Prosper book club explores different realities


DaNita Griffin

The library sits in silence during second period when only a few students are inside getting books and studying.The Prosper High School library has 15,065 books on its shelves for Prosper’s students to enjoy. “…there is value to reading whatever a kid wants to read regardless of a book’s literary merit or accolades. Reading builds vocabulary, critical thinking skills, and improves writing,” AP English IV teacher Kristin Beckham said.

Demetric Johnson, Reporter

Music, media and even sports are all methods used to take a break from reality, but these students escape to an entirely different reality. Junior Olivia Savage and school librarian Jenna Hutt established a way for fans of reading to meet up, mingle and spend time.

“The first meeting was two weeks ago, Hutt said. “[The club members] chose the book The Rules For Disappearing. They decided they would read about three chapters, and that we would re-meet for the second meeting and discuss about it.” 

Students can join the book club at any time. The club meets every two weeks, and all that is required is that an email be sent to either Hutt or Savage so that they know who to draft for the Eagle Time meetings. Savage provided the spark that started it all by using ideas from her PCIS course. 

“This year I am studying English education, and I thought ‘what better way to promote English than a book club,’” Savage said. “I wanted an environment where students could read at their own leisure and convenience.”

Savage and Hutt said they wanted their focus to ensure that all members feel welcomed and comfortable. Group members work together to choose books, and there is no pressure to read a certain amount within a given time limit.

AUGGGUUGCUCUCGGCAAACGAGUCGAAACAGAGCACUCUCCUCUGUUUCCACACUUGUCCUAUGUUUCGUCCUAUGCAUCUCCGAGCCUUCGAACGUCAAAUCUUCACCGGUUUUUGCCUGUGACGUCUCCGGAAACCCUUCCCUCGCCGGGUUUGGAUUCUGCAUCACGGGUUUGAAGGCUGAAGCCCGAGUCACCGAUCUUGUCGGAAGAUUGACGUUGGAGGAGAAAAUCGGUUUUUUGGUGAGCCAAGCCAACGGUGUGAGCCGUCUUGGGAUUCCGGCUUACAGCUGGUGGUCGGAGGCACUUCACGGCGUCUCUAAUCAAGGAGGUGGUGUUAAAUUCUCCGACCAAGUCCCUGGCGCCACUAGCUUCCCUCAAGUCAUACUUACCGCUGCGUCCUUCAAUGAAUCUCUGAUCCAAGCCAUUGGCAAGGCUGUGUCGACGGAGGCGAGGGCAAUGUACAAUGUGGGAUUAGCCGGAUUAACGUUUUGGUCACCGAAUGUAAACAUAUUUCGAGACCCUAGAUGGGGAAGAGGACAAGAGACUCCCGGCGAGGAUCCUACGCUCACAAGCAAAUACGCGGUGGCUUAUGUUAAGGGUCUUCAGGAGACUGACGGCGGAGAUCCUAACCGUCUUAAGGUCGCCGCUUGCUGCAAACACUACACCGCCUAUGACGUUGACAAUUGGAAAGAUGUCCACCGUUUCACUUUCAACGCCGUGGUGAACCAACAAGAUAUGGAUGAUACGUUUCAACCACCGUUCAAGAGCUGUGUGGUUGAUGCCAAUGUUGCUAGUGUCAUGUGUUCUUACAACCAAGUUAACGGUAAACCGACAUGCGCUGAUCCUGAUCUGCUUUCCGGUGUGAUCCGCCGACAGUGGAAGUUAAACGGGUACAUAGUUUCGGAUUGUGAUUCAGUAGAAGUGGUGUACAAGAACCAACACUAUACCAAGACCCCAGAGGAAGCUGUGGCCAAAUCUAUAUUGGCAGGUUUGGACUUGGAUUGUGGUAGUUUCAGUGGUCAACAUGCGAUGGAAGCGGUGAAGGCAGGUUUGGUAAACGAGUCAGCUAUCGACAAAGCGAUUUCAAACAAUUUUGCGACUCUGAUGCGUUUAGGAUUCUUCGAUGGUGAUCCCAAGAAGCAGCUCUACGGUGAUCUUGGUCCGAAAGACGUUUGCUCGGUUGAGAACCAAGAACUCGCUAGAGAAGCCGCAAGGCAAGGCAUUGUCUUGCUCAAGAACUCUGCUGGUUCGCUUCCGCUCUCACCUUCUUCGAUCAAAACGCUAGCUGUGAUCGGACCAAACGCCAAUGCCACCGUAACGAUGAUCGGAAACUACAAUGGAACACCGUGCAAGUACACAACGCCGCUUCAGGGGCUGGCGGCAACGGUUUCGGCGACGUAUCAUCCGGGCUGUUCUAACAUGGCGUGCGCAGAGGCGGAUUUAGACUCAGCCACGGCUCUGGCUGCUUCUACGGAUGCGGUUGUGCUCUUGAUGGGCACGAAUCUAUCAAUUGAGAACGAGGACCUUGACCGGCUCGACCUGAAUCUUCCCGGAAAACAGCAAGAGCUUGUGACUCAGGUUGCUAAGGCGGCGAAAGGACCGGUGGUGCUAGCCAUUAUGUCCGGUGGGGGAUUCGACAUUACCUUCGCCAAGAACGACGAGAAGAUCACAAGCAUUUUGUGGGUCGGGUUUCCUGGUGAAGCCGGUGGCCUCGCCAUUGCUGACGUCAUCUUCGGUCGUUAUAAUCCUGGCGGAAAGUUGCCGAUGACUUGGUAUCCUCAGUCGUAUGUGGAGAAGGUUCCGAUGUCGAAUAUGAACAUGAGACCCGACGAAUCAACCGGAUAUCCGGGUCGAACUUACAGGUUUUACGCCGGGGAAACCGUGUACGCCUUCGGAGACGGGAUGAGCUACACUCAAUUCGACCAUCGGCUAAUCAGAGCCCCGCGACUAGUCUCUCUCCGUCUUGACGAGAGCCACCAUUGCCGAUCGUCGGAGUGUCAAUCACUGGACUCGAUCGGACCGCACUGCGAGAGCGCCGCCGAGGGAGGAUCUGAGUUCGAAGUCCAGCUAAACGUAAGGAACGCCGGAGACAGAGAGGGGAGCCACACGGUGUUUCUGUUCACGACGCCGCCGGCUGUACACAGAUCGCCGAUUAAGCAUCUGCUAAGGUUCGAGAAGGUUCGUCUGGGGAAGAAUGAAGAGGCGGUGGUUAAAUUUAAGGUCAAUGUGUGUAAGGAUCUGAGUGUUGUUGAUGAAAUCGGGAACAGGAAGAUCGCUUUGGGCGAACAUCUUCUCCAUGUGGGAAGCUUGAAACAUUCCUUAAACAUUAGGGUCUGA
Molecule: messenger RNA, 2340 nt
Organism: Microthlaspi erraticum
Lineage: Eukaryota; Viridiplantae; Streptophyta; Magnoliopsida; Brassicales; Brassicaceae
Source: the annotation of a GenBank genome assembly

“We made it very clear with the club. If you can’t read the three chapters, don’t worry about it,” Hutt said. “There’s no pressure, no grades. There’s nothing associated with it. And it’s a place to meet other students interested in the same things that you are.”

AP English IV teacher Kristin Beckham shared a list of reasons why she values the club. 

Book clubs create communities of readers who, because of shared reading experiences, establish a form of kinship that is not only academic, but is also fun and rewarding,” Beckham said. “How awesome is it to have an opportunity to gain those benefits from just reading a cool book you like with your friends? I’m thrilled PHS has a book club open to everyone and for anyone to enjoy.”

Hutt said the club is meant to be fun. Although this is the third time a book club has been attempted at Prosper, it is the first time it has achieved a successful following. 

“I would love to see it grow,” Hutt said. “Olivia’s a junior, so we do have two years with her, but even when she graduates, I would love to see somebody else take it over and just to continue to grow it.”